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The difference between Chi Kung and Nei Kung

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As a general rule, a true Nei Kung expert with understand the methodologies of Chi Kung. However, the reverse is not true, - a Chi Kung expert will usually not be aware of all the Nei Kung methods

 

When I first started teaching neigong I had several folks come through my classes that had been exposed to Chi Kung, with some calling themselves "Chi Kung Masters". It was very difficult for them to understand the neigong.

But these days most people think the term Chi Kung pretty much encompasses all.

 

If a person understands neigong then they will understand chi kung, but the opposite is not true.

 

I developed a Chi Kung movement system through the practice of neigong. When marketing, I usually call it all Chi Kung to avoid confusion in the western mind.

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Greetings..

 

"Two sides of the same coin"

 

Be well..

Different words describing one reality...

Agreed.

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Thanks for those quotes Blasto. Some is very good, some I think not so good.

I disagree with this. Nei Gong stays inside in my experience. I have not really seen a quality of Nei Gong working toward the outside in any fashion. Qi Gong is definitely more of an "Outside" exercise/experience but I do believe there is internal activity occurring simultaneously with the external breath work. I find this comparison to be clumsy and misleading.

I completely disagree with this simplification. In fact, I would say it is backwards.

 

In Nei Gong, the Qi is guided very directly, specifically, and fine tuned, starting with very simple pathways. A perfect example is the MCO. There are more complex exercises but they still are very focused, limited, and specific. There are a few more generalized techniques that become more diffused and vague, if you will, but still there does not tend to be multiple systems being attended to simultaneously.

 

Qi Gong, on the other hand, utilizes breath, body movement, +/- some degree of directing the Qi with the intention, and necessarily incorporates a great deal more complexity. In even a simple Qi Gong technique. By the very nature of the combined mind, breath, and body work there are a multitude of energetic processes transpiring simultaneously where in nei gong the body is generally still, the breath generally is very still (prenatal), and the only thing happening is direction of the Qi with the intent.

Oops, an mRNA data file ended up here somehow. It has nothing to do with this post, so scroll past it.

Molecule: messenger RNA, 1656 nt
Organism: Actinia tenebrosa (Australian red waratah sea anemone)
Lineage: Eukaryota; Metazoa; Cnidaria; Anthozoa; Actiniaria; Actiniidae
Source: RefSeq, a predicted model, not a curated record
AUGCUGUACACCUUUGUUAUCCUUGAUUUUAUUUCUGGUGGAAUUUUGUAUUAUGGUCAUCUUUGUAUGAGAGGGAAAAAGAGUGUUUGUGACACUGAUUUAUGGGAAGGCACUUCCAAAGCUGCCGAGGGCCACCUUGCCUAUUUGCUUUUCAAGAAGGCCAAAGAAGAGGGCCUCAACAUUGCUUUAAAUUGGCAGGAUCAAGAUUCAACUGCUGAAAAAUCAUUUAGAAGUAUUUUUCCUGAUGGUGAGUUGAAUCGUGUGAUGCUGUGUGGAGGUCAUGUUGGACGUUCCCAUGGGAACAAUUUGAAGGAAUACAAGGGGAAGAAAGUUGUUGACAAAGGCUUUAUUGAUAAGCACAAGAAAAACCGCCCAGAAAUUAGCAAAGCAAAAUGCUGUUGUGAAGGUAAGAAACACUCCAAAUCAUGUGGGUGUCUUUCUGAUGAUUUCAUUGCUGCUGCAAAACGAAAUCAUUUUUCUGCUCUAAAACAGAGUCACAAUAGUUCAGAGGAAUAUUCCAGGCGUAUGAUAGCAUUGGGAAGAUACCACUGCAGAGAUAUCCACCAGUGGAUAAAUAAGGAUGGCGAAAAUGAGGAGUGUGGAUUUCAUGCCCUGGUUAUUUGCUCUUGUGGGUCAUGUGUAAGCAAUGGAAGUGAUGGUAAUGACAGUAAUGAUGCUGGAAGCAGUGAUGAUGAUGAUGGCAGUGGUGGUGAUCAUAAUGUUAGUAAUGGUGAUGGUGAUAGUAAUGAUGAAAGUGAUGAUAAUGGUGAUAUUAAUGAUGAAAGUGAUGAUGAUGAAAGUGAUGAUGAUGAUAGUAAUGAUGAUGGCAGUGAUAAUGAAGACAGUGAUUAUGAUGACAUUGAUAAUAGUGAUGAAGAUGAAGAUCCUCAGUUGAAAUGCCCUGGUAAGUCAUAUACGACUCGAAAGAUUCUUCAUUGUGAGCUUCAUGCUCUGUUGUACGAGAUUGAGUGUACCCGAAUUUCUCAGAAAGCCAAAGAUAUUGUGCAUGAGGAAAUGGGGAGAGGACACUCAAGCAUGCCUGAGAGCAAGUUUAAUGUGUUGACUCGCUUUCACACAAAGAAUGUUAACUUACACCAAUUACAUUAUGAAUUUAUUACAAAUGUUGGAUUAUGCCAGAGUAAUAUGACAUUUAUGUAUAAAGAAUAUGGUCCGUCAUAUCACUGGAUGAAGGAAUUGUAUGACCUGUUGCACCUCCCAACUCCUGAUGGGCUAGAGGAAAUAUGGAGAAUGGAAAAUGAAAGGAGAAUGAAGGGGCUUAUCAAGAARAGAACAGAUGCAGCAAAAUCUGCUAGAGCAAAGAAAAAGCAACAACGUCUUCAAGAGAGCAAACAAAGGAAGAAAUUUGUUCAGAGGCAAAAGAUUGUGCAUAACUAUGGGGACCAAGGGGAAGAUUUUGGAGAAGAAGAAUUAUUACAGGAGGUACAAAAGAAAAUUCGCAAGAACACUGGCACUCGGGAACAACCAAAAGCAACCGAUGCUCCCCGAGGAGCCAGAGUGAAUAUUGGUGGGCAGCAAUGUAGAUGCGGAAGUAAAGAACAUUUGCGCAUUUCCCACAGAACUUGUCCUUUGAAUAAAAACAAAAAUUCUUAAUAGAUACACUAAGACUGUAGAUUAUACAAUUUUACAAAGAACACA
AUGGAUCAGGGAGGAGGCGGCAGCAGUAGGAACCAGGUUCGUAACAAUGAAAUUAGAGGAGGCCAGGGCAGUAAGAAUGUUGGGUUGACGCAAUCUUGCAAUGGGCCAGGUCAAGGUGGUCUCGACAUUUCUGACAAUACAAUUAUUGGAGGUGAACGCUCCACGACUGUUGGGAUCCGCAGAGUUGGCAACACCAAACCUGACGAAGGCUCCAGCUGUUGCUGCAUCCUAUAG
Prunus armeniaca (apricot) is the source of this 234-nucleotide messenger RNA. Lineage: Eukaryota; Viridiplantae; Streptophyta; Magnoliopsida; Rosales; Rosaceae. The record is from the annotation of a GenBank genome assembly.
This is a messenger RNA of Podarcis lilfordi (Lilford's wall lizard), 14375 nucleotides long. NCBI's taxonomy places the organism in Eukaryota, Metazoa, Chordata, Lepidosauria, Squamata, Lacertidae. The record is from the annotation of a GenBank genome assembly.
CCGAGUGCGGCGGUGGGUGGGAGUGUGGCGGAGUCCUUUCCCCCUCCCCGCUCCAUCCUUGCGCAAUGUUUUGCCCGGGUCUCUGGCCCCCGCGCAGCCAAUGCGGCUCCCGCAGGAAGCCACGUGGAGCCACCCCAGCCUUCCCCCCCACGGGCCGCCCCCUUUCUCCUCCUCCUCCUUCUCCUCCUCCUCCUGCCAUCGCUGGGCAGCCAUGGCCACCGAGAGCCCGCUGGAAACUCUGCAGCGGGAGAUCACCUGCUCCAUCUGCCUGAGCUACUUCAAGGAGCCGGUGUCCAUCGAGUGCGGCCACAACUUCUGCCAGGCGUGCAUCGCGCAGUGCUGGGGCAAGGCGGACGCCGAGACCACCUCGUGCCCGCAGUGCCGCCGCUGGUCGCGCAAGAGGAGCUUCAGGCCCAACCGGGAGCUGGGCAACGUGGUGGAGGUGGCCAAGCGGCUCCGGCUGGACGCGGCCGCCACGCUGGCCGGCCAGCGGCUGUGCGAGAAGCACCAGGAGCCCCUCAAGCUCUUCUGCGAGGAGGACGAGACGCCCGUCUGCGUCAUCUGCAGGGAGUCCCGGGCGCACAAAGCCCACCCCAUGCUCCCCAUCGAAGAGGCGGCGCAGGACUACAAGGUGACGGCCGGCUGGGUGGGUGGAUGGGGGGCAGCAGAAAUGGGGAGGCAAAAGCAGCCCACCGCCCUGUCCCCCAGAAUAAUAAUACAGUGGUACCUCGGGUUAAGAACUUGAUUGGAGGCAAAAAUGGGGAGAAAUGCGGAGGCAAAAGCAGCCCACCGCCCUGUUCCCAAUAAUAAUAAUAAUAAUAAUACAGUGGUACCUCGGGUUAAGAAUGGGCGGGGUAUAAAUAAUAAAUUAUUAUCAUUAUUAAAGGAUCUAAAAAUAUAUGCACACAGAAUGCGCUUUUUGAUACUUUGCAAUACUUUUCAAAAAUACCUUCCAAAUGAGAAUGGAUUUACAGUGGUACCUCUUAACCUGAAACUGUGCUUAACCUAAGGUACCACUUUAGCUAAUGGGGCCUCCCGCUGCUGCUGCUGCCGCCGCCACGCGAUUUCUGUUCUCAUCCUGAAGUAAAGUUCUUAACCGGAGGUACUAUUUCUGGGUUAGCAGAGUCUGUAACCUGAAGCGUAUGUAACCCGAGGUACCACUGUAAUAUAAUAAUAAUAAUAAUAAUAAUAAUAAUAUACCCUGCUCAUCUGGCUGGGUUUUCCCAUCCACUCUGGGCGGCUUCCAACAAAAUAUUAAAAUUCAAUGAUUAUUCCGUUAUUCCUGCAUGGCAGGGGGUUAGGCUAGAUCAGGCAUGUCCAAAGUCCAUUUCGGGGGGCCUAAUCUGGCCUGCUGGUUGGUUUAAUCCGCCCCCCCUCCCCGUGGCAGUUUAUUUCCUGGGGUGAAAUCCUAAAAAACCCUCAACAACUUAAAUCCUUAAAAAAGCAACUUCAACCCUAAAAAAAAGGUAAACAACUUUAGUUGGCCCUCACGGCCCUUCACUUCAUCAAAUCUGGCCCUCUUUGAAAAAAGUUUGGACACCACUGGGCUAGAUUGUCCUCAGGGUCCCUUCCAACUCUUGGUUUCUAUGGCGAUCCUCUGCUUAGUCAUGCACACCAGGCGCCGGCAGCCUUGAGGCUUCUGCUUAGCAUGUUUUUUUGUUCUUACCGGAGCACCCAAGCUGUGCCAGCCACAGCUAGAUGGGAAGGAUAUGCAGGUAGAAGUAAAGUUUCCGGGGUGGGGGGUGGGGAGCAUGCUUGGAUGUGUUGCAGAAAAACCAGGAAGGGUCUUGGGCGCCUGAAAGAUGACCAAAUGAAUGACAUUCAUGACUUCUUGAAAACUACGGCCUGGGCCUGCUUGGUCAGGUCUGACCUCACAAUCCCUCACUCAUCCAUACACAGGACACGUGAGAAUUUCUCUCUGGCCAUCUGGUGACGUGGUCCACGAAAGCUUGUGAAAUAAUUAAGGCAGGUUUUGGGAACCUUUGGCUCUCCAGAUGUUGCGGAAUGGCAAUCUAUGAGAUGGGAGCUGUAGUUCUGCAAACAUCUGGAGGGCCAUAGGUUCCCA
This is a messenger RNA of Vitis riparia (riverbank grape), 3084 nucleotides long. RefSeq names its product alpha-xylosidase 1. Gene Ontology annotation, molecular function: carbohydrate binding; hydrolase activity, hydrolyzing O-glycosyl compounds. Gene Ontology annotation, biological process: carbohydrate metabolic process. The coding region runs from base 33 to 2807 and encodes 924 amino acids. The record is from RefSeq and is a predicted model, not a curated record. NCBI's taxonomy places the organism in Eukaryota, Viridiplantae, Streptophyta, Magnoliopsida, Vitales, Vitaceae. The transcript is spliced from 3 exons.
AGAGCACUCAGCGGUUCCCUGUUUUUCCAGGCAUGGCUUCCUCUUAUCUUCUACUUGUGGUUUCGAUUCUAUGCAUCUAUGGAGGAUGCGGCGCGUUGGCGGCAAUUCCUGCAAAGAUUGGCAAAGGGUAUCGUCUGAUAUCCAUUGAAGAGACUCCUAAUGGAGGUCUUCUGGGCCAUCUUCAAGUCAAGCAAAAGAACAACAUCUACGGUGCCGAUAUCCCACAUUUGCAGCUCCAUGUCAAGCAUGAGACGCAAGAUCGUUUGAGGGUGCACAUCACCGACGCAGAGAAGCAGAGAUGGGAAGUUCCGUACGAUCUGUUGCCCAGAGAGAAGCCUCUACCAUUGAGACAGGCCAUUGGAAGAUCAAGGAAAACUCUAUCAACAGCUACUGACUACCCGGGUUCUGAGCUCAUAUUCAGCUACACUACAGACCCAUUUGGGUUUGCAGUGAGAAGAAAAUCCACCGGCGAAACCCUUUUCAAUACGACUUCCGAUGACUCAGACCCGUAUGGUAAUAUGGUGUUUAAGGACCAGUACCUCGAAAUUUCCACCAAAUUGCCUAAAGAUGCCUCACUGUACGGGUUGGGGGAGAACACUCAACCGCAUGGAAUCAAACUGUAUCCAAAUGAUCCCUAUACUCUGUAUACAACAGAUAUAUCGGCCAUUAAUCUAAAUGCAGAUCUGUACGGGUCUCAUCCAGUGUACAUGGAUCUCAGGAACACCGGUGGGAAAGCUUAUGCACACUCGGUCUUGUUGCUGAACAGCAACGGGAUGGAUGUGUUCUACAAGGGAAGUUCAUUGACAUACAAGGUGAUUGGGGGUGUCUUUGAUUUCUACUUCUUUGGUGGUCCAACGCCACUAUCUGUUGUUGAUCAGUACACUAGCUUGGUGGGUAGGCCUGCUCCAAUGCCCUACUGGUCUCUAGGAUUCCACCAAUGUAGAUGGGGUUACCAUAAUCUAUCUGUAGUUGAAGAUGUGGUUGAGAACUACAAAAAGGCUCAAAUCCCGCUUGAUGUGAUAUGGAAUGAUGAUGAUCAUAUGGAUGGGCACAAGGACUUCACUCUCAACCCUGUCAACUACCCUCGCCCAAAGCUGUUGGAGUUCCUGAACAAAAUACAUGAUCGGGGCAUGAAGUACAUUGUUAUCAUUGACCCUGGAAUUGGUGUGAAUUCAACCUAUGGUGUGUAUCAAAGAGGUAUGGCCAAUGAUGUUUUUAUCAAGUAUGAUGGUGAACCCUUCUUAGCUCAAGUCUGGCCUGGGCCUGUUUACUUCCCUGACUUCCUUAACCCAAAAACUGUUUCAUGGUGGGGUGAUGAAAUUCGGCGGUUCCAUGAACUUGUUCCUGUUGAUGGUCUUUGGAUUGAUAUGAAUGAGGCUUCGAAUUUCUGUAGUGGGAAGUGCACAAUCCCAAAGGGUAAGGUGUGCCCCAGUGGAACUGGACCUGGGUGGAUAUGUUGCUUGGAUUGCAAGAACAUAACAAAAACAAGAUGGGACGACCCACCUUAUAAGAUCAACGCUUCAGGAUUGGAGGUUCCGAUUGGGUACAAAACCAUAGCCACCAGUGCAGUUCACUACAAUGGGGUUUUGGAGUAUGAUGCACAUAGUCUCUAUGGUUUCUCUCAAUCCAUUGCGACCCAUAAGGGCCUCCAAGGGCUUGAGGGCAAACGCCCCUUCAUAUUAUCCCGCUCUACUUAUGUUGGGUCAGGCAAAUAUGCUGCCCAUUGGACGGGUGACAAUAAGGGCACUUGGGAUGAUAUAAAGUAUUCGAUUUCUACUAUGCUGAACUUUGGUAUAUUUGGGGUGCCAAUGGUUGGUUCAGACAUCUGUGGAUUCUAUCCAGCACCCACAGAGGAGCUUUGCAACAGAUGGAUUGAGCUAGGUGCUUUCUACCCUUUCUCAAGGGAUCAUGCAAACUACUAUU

This is very accurate, IMO. My most experienced Qi Gong teachers have never emphasized use of the mind or visualization of meridians and so forth during practice. They emphasize proper posture, technique, breathing, and usually it is simply a matter of sinking Qi to dan tian coordinated with the breathing pattern. That is why Qi Gong literally means 'breath work' and Nei Gong means 'internal work.'

 

Excellent and valuable points. In fact, the Daoists use two different characters - one for Qi 氣 (breath) and one for Qi 炁 ("internal energy"). In almost every text you will read, the second character is substituted by the one for breath. I've never seen the first character in an English text. The character for "internal energy" is almost exclusively found in archaic cultivation texts and most people deny its existence has significance.

This is not accurate. Qi Gong exercises tend to favor certain pathways more than others but incorporate many simultaneously. There are NeiGong techniques that are more generalized as described. Others are much more specifically focused to certain pathways, even more so by the very nature of the practice than Qi Gong.

 

I think I'll quote Dr. Yang's "Qigong for Health and Martial Arts" as well when I get the chance. Chapter 2 is called Wai Dan Qigong (external Elixir) and Chapter 3 is called Nei dan Qigong (internal elixir), which I take to be Chi Kung and Nei Kung, respectively. The similarities with Frantzis' grasp of the subject appear to be greater than the divergences.

 

It would be great to create a flow chart, or schematic, of all these teachings in one continuum, but I suspect there would be honest disconnects in pedagogy. I may end up getting a copy of "Chi Kung for Dummies"; the series often have good writers.

 

Thanks for the points.

Edited by Blasto

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See Qigong Fever by David Palmer

 

and Falun Gong and the Future of China by David Ownby

 

The above books cover the history of the modern use of the term qigong.

 

Strictly speaking, in China, 'qigong', or 'chi kung', is the catch-all term for the different methods of qi cultivation. That includes 'neigong' or 'nei kung'. Throughout Chinese history, different schools have used different names to describe their practices. Some, if not many, still use the old names. For public understanding though, qigong is used.

 

Why the qigong vs neigong debate now? Look at the history. In the 1950s and 60's and the 1980's to early 1990's qigong practices were widely promoted for health reasons. Books were written for this purpose. Some better than others, but many, if not all of them, simplified versions of older methods. Why? Because the method had to be learnable from a book. Complex and/or dangerous practices need a teacher. Also, different levels of instruction need to be done directly.

 

What BKF has done is create his own definition, in the same manner that Donn Draeger did with bugei/budo. It serves to distinguish between the old and new. It isn't however considered 'official' or necessarily recognised by others. Dr Yang does have a lot of qigong and martial arts teaching experience, however there are texts that he is simply a translator of-he has not had direct instruction from a teacher in those methods. The texts alone are largely useless without a teacher.